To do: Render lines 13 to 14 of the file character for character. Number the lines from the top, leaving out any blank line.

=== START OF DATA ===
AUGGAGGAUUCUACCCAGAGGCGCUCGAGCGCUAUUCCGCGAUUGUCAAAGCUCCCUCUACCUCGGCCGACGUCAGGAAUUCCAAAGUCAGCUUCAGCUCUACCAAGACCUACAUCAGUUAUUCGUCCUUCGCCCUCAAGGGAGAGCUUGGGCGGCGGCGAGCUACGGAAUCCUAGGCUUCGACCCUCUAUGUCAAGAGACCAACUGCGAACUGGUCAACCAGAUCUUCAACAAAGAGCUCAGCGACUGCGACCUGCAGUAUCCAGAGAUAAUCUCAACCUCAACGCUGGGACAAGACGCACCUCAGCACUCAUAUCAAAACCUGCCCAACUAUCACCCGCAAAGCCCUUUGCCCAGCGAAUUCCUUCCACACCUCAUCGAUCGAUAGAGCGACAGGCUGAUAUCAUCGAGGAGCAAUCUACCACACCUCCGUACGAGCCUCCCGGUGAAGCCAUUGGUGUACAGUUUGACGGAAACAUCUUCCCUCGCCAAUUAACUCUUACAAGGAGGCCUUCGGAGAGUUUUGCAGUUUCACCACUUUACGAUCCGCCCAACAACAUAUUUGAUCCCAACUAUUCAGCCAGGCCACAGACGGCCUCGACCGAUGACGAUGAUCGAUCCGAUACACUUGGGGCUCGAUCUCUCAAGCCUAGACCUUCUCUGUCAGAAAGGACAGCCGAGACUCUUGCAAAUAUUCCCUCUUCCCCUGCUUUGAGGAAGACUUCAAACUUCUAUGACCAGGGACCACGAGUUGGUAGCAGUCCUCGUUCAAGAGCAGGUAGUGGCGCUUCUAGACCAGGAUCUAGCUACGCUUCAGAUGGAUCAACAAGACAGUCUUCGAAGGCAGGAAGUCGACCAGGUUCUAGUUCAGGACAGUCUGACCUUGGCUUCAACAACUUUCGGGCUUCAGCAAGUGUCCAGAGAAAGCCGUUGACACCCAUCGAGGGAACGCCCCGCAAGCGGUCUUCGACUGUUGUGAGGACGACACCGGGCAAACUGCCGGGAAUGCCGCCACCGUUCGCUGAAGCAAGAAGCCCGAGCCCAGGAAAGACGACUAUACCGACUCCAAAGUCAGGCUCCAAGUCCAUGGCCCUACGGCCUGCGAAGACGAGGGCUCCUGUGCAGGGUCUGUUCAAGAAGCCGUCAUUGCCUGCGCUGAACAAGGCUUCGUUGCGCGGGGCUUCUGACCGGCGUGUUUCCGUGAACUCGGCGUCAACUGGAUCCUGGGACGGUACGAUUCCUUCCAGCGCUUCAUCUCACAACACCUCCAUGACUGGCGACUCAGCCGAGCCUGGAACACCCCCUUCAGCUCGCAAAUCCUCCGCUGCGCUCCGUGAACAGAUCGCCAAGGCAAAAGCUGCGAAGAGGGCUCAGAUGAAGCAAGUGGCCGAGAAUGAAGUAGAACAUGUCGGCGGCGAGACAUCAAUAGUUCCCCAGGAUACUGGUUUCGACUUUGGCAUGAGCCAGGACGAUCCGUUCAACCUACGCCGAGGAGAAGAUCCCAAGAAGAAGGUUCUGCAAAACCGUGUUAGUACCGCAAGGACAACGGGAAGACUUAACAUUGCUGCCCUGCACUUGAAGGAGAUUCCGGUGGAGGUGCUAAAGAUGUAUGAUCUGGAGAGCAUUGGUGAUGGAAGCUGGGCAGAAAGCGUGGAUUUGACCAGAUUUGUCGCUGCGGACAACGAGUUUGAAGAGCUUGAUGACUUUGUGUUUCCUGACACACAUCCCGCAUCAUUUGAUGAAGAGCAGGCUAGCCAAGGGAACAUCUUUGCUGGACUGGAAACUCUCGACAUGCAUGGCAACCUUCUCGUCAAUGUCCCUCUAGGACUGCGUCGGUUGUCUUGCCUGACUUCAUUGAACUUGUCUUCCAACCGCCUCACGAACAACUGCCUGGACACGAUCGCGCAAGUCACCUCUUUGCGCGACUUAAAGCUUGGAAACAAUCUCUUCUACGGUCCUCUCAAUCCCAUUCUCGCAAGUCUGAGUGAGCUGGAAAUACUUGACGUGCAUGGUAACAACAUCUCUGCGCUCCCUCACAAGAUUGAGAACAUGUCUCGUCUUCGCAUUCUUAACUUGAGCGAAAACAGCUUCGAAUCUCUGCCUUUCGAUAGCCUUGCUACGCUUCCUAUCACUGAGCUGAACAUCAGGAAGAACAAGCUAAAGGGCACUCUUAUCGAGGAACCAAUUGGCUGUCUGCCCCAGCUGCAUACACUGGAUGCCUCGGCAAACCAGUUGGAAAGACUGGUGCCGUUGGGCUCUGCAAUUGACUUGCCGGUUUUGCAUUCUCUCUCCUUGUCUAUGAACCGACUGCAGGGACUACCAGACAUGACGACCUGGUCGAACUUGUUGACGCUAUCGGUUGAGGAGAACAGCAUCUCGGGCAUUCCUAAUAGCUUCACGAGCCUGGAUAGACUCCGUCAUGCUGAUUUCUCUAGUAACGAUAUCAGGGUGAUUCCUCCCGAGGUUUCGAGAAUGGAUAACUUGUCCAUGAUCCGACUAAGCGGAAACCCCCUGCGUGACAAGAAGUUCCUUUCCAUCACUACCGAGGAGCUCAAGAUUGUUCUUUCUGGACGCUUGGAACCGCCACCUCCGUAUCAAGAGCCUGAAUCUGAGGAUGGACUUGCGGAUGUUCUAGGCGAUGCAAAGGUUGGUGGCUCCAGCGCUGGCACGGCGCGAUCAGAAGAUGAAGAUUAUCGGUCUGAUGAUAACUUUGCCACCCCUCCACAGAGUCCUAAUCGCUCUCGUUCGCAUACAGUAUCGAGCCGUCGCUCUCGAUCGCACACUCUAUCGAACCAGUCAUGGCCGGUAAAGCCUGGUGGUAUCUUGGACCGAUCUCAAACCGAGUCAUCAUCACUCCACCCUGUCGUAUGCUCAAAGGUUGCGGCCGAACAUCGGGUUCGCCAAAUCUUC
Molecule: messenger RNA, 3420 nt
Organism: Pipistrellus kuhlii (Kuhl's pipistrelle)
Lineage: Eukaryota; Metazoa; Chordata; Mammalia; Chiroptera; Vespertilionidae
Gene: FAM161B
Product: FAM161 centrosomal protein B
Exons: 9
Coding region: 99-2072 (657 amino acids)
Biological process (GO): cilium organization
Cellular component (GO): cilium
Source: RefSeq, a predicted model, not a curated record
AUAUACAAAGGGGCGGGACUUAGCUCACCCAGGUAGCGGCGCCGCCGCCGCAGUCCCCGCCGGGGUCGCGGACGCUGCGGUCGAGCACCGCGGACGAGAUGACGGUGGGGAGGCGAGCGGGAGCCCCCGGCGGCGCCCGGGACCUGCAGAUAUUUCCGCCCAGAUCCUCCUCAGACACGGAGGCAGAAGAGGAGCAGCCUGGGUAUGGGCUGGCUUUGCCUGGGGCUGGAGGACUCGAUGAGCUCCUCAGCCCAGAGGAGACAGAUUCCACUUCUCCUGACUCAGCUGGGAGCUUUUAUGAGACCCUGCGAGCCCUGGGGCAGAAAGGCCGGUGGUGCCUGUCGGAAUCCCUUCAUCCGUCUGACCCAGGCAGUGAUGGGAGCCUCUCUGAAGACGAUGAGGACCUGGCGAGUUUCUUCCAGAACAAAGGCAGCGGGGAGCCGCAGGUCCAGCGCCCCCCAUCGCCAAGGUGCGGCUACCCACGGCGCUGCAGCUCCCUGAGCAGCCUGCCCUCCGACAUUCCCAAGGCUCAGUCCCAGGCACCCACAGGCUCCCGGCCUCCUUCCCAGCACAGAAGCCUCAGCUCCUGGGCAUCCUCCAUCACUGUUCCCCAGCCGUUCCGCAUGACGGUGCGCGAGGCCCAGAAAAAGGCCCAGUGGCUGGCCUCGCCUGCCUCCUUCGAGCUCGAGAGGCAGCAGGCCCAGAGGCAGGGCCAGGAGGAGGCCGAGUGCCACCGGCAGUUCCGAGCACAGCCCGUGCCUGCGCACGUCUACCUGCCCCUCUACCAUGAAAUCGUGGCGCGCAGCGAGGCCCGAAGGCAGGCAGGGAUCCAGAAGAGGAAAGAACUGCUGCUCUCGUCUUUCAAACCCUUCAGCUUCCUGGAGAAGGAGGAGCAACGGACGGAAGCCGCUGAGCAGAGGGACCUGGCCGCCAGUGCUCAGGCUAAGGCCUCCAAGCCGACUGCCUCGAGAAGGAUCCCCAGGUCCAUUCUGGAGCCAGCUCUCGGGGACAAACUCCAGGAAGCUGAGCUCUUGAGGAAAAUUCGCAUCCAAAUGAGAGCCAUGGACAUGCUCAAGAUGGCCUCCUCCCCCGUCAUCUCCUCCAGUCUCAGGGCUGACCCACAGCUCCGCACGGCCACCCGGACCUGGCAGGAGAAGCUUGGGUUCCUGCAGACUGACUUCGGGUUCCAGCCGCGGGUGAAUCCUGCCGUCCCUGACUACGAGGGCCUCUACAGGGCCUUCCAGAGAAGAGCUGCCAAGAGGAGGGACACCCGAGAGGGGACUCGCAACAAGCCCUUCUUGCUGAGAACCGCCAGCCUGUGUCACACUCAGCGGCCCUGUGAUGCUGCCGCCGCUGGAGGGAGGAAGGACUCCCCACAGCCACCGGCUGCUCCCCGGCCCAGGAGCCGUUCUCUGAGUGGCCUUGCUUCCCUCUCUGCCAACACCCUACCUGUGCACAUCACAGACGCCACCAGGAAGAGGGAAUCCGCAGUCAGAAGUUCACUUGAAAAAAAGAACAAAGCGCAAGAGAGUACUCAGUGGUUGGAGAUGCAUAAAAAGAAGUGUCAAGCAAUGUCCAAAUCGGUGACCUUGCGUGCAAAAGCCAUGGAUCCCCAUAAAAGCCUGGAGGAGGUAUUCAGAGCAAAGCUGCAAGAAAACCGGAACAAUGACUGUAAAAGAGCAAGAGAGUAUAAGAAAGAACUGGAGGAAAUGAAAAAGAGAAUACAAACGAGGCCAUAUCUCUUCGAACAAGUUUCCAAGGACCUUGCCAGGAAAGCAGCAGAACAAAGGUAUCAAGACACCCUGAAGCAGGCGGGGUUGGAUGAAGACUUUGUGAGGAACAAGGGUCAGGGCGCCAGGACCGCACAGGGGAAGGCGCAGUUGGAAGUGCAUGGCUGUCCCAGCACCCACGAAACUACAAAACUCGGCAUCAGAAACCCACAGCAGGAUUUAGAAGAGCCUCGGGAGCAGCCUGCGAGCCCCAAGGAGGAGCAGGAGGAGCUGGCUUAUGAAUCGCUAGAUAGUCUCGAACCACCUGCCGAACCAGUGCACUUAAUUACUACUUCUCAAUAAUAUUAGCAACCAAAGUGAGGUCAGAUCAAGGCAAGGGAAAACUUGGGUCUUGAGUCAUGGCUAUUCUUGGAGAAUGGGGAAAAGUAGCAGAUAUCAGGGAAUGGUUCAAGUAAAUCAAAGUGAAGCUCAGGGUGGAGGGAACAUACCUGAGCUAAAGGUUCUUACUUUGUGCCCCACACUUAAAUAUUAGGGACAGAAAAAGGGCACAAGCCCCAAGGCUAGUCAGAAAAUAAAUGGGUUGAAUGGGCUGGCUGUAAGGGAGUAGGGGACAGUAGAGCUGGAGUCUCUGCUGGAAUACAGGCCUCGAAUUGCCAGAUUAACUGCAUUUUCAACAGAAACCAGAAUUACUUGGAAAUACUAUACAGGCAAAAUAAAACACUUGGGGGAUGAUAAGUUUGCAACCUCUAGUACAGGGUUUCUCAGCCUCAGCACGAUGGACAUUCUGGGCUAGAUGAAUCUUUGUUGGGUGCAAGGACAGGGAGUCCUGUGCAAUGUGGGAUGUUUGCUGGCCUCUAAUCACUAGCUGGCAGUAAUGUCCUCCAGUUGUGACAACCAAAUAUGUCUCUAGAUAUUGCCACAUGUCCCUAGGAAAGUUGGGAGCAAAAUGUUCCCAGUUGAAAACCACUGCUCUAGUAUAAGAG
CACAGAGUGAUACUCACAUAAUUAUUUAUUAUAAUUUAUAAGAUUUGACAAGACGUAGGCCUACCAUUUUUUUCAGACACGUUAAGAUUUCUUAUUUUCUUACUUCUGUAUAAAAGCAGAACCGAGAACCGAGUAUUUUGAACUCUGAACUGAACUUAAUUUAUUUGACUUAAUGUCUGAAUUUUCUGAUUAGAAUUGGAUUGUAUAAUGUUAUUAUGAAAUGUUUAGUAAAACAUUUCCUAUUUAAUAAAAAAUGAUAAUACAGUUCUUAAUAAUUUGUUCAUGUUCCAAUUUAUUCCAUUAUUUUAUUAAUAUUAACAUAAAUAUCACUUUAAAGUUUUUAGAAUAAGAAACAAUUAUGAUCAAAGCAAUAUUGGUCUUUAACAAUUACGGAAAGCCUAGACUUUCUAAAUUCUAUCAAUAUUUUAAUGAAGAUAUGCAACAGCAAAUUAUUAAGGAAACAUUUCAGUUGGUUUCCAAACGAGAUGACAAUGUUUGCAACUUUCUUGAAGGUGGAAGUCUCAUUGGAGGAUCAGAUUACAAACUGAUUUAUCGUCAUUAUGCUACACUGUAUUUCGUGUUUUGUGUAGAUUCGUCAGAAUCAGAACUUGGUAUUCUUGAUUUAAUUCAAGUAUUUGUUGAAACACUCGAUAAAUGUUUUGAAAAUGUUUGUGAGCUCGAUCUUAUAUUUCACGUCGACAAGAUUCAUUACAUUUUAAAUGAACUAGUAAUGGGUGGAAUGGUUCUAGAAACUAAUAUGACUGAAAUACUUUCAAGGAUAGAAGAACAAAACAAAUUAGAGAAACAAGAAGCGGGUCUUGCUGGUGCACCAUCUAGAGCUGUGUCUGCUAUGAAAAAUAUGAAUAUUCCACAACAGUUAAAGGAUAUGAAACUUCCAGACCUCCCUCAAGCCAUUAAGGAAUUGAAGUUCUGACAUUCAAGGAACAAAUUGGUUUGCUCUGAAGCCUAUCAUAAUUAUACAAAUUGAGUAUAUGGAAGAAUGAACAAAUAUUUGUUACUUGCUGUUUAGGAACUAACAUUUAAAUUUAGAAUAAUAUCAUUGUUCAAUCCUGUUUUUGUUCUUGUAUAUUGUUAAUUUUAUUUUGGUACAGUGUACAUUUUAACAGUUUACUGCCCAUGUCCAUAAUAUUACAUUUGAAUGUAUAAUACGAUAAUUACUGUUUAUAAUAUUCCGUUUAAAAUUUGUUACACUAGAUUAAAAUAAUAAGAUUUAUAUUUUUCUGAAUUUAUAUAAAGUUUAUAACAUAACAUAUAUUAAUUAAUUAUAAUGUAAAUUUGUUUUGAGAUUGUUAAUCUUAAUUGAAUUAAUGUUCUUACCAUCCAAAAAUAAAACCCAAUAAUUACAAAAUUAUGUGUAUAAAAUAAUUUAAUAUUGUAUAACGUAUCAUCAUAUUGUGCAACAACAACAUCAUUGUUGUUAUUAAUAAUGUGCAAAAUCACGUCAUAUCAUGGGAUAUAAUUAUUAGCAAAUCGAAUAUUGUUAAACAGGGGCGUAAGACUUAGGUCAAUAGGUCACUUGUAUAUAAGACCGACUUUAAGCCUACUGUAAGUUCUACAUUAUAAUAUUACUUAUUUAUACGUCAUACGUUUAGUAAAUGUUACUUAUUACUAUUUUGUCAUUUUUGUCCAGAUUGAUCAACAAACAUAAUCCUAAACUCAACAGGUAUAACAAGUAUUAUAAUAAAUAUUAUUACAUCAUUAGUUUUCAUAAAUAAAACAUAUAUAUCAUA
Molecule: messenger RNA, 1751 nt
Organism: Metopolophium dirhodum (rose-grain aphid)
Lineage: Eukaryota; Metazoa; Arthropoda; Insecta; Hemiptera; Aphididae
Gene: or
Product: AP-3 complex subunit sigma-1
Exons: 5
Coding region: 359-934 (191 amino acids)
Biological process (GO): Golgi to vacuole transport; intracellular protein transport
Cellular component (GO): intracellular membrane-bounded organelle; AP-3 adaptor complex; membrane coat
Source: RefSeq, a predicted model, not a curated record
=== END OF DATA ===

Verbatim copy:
CACAGAGUGAUACUCACAUAAUUAUUUAUUAUAAUUUAUAAGAUUUGACAAGACGUAGGCCUACCAUUUUUUUCAGACACGUUAAGAUUUCUUAUUUUCUUACUUCUGUAUAAAAGCAGAACCGAGAACCGAGUAUUUUGAACUCUGAACUGAACUUAAUUUAUUUGACUUAAUGUCUGAAUUUUCUGAUUAGAAUUGGAUUGUAUAAUGUUAUUAUGAAAUGUUUAGUAAAACAUUUCCUAUUUAAUAAAAAAUGAUAAUACAGUUCUUAAUAAUUUGUUCAUGUUCCAAUUUAUUCCAUUAUUUUAUUAAUAUUAACAUAAAUAUCACUUUAAAGUUUUUAGAAUAAGAAACAAUUAUGAUCAAAGCAAUAUUGGUCUUUAACAAUUACGGAAAGCCUAGACUUUCUAAAUUCUAUCAAUAUUUUAAUGAAGAUAUGCAACAGCAAAUUAUUAAGGAAACAUUUCAGUUGGUUUCCAAACGAGAUGACAAUGUUUGCAACUUUCUUGAAGGUGGAAGUCUCAUUGGAGGAUCAGAUUACAAACUGAUUUAUCGUCAUUAUGCUACACUGUAUUUCGUGUUUUGUGUAGAUUCGUCAGAAUCAGAACUUGGUAUUCUUGAUUUAAUUCAAGUAUUUGUUGAAACACUCGAUAAAUGUUUUGAAAAUGUUUGUGAGCUCGAUCUUAUAUUUCACGUCGACAAGAUUCAUUACAUUUUAAAUGAACUAGUAAUGGGUGGAAUGGUUCUAGAAACUAAUAUGACUGAAAUACUUUCAAGGAUAGAAGAACAAAACAAAUUAGAGAAACAAGAAGCGGGUCUUGCUGGUGCACCAUCUAGAGCUGUGUCUGCUAUGAAAAAUAUGAAUAUUCCACAACAGUUAAAGGAUAUGAAACUUCCAGACCUCCCUCAAGCCAUUAAGGAAUUGAAGUUCUGACAUUCAAGGAACAAAUUGGUUUGCUCUGAAGCCUAUCAUAAUUAUACAAAUUGAGUAUAUGGAAGAAUGAACAAAUAUUUGUUACUUGCUGUUUAGGAACUAACAUUUAAAUUUAGAAUAAUAUCAUUGUUCAAUCCUGUUUUUGUUCUUGUAUAUUGUUAAUUUUAUUUUGGUACAGUGUACAUUUUAACAGUUUACUGCCCAUGUCCAUAAUAUUACAUUUGAAUGUAUAAUACGAUAAUUACUGUUUAUAAUAUUCCGUUUAAAAUUUGUUACACUAGAUUAAAAUAAUAAGAUUUAUAUUUUUCUGAAUUUAUAUAAAGUUUAUAACAUAACAUAUAUUAAUUAAUUAUAAUGUAAAUUUGUUUUGAGAUUGUUAAUCUUAAUUGAAUUAAUGUUCUUACCAUCCAAAAAUAAAACCCAAUAAUUACAAAAUUAUGUGUAUAAAAUAAUUUAAUAUUGUAUAACGUAUCAUCAUAUUGUGCAACAACAACAUCAUUGUUGUUAUUAAUAAUGUGCAAAAUCACGUCAUAUCAUGGGAUAUAAUUAUUAGCAAAUCGAAUAUUGUUAAACAGGGGCGUAAGACUUAGGUCAAUAGGUCACUUGUAUAUAAGACCGACUUUAAGCCUACUGUAAGUUCUACAUUAUAAUAUUACUUAUUUAUACGUCAUACGUUUAGUAAAUGUUACUUAUUACUAUUUUGUCAUUUUUGUCCAGAUUGAUCAACAAACAUAAUCCUAAACUCAACAGGUAUAACAAGUAUUAUAAUAAAUAUUAUUACAUCAUUAGUUUUCAUAAAUAAAACAUAUAUAUCAUA
Molecule: messenger RNA, 1751 nt